Supervised Mid-Level Features for Word Image Representation

Albert Gordo; Proceedings of the IEEE Conference on Computer Vision and Pattern Recognition (CVPR), 2015, pp. 2956-2964


This paper addresses the problem of learning word image representations: given the cropped image of a word, we are interested in finding a descriptive, robust, and compact fixed-length representation. Machine learning techniques can then be supplied with these representations to produce models useful for word retrieval or recognition tasks. Although many works have focused on the machine learning aspect once a global representation has been produced, little work has been devoted to the construction of those base image representations: most works use standard coding and aggregation techniques directly on top of standard computer vision features such as SIFT or HOG. We propose to learn local mid-level features suitable for building word image representations. These features are learnt by leveraging character bounding box annotations on a small set of training images. However, contrary to other approaches that use character bounding box information, our approach does not rely on detecting the individual characters explicitly at testing time. Our local mid-level features can then be aggregated to produce a global word image signature. When pairing these features with the recent word attributes framework of Almaz\'an et al., we obtain results comparable with or better than the state-of-the-art on matching and recognition tasks using global descriptors of only 96 dimensions.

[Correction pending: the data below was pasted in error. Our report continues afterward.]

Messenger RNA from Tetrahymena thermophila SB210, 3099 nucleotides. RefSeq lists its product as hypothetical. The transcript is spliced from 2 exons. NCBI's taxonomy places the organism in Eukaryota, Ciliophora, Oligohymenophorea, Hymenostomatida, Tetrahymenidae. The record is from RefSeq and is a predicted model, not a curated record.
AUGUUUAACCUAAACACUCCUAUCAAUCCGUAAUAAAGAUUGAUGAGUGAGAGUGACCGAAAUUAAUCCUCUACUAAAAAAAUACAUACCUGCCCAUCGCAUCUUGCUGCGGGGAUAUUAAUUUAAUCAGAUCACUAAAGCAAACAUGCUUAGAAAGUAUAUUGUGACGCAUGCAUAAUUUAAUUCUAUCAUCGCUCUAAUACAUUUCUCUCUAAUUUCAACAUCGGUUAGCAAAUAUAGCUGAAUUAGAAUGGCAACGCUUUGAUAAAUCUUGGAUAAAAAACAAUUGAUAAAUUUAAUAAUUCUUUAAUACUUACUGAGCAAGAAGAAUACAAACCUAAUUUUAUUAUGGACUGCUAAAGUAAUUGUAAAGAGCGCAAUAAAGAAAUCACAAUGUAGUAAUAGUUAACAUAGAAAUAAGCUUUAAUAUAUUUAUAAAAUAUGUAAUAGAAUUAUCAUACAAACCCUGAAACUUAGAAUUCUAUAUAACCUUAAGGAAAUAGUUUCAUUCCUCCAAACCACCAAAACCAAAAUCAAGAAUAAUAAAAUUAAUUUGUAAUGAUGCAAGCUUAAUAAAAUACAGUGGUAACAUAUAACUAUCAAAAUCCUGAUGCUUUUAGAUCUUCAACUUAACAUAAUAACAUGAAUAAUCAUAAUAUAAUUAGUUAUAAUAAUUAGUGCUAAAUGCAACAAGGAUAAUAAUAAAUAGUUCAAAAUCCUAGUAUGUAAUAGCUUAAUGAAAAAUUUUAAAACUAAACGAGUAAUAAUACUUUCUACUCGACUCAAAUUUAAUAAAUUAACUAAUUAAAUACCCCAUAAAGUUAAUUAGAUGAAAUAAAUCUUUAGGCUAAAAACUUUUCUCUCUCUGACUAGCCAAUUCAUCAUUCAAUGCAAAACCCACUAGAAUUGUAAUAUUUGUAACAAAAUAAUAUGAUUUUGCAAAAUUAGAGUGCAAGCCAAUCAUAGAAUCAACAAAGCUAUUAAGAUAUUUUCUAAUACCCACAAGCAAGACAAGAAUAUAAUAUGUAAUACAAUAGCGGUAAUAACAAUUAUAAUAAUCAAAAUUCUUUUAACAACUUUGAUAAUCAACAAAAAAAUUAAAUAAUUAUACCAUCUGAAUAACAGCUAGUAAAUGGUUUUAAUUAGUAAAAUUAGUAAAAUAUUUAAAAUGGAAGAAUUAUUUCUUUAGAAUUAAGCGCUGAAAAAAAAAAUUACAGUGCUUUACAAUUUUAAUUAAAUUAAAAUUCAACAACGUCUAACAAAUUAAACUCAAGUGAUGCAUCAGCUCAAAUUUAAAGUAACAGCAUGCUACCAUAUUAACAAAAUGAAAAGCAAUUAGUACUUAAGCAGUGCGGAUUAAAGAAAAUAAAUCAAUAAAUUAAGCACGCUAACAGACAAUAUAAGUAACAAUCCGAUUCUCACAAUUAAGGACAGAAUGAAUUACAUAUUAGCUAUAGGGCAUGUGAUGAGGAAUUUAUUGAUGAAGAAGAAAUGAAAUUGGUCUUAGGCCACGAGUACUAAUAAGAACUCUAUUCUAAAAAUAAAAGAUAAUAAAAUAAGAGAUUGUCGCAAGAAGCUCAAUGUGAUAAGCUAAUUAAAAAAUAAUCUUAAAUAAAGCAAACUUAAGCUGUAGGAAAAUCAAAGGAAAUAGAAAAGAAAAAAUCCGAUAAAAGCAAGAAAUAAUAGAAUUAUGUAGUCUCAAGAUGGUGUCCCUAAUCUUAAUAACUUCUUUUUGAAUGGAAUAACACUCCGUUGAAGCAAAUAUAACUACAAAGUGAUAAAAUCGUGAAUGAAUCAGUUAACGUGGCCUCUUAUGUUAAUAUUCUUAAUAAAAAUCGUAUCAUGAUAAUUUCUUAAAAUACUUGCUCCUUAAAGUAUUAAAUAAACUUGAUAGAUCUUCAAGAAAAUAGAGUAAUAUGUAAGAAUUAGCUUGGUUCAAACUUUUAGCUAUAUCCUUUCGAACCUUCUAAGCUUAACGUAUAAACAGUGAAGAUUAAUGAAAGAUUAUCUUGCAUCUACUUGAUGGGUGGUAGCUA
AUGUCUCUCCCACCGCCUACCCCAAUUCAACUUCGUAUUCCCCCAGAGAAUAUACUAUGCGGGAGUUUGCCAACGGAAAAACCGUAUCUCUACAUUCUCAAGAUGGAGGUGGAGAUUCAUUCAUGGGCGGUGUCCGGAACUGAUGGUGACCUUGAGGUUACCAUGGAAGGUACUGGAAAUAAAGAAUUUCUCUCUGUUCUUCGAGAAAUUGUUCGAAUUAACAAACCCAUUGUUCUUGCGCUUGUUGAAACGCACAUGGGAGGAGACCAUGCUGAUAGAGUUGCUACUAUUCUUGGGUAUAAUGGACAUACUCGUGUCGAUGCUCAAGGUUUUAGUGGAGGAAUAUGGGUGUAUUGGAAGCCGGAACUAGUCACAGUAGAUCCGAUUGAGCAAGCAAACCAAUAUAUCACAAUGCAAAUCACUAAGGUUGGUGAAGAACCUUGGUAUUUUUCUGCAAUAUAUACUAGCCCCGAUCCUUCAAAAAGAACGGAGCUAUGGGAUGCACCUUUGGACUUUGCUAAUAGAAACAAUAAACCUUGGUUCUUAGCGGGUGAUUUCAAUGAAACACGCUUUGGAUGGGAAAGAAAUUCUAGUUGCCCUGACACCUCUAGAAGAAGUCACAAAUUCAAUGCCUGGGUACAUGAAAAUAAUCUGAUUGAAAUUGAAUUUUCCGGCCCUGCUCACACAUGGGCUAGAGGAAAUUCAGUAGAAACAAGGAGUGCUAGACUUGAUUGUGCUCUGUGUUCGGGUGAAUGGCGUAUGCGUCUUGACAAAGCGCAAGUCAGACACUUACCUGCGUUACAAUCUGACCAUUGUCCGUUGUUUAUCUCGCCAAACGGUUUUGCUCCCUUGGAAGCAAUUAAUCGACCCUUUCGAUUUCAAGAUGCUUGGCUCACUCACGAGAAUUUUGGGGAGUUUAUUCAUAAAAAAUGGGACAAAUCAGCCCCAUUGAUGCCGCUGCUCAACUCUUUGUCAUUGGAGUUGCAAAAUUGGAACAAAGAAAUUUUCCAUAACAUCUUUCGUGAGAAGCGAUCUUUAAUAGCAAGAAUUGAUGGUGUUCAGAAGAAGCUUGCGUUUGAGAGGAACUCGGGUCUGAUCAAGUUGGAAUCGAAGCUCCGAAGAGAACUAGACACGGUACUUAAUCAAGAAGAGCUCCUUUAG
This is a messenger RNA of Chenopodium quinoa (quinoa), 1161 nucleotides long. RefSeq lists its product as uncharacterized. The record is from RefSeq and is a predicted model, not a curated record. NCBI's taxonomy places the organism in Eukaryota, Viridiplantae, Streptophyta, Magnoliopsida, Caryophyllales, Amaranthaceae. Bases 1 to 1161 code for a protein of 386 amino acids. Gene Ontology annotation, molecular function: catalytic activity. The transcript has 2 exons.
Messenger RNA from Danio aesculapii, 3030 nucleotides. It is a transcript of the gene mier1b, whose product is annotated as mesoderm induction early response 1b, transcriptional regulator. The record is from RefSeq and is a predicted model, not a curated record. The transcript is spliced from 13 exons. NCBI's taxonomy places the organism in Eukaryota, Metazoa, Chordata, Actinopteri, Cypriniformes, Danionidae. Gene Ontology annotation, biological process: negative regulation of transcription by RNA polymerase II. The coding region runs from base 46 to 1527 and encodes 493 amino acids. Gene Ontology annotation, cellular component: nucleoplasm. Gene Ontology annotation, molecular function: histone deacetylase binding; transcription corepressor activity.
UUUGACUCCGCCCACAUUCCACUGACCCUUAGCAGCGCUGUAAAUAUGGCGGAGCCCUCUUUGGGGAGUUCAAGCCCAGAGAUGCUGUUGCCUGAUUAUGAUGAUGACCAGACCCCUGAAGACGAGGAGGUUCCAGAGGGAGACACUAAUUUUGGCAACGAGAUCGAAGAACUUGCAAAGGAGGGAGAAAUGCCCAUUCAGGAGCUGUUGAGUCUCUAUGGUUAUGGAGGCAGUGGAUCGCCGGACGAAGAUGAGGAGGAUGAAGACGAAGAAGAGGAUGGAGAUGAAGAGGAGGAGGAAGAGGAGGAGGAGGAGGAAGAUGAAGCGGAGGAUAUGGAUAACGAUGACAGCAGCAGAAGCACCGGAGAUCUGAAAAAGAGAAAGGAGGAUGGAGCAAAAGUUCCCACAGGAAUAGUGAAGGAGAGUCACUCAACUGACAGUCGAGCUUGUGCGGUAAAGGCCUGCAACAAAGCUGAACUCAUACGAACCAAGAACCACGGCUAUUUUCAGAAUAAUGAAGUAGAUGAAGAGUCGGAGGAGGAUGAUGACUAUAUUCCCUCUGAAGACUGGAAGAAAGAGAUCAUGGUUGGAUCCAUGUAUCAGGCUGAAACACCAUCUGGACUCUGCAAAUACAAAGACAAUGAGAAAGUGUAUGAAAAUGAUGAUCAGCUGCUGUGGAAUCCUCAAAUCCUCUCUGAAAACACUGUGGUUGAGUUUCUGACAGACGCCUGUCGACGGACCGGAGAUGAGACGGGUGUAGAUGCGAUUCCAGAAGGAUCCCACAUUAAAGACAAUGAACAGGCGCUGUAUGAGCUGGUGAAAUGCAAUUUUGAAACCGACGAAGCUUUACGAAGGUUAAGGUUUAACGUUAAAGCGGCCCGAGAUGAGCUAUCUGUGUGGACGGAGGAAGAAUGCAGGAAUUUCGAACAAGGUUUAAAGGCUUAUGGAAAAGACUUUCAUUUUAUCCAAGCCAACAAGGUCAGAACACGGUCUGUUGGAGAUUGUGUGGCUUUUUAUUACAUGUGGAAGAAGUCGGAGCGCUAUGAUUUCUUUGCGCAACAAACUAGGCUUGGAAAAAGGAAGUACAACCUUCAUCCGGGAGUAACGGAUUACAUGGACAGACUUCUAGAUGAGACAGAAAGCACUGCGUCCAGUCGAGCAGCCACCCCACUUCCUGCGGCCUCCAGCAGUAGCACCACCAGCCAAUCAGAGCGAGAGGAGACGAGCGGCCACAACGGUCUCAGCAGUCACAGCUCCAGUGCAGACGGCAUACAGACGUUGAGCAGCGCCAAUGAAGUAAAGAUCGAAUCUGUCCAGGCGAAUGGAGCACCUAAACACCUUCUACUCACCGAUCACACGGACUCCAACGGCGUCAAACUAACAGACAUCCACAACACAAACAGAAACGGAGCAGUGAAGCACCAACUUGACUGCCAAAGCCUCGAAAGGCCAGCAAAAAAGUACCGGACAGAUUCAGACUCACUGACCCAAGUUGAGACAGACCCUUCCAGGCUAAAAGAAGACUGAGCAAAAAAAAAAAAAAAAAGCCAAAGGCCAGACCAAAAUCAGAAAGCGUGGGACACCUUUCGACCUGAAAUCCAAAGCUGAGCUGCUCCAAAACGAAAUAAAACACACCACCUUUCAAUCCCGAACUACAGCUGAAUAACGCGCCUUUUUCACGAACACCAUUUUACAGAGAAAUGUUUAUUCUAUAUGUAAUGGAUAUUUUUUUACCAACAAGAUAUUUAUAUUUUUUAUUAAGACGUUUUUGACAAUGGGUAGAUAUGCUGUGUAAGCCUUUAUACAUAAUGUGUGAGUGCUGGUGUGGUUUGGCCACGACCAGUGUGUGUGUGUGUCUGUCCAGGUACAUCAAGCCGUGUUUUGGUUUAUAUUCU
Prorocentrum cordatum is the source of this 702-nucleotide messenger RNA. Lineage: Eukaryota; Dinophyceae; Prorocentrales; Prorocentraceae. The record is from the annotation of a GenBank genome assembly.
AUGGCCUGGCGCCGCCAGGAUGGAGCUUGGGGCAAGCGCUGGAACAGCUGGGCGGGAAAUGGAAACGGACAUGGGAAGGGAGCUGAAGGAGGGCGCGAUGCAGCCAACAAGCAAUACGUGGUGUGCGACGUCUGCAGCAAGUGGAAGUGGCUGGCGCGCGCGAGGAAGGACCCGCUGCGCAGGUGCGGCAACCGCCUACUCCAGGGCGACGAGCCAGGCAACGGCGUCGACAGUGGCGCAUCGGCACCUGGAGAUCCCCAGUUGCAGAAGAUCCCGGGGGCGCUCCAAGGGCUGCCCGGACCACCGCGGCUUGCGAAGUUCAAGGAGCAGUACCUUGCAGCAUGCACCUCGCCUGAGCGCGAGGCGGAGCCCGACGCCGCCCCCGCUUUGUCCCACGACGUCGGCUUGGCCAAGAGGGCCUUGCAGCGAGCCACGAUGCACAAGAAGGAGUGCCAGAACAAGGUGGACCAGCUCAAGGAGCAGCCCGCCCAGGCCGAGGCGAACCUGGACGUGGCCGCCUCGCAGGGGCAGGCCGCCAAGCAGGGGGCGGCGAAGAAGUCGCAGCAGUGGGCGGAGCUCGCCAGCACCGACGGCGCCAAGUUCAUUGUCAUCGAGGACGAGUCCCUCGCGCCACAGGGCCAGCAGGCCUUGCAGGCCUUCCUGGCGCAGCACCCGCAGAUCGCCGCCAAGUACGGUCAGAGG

Related Material

author = {Gordo, Albert},
title = {Supervised Mid-Level Features for Word Image Representation},
booktitle = {Proceedings of the IEEE Conference on Computer Vision and Pattern Recognition (CVPR)},
month = {June},
year = {2015}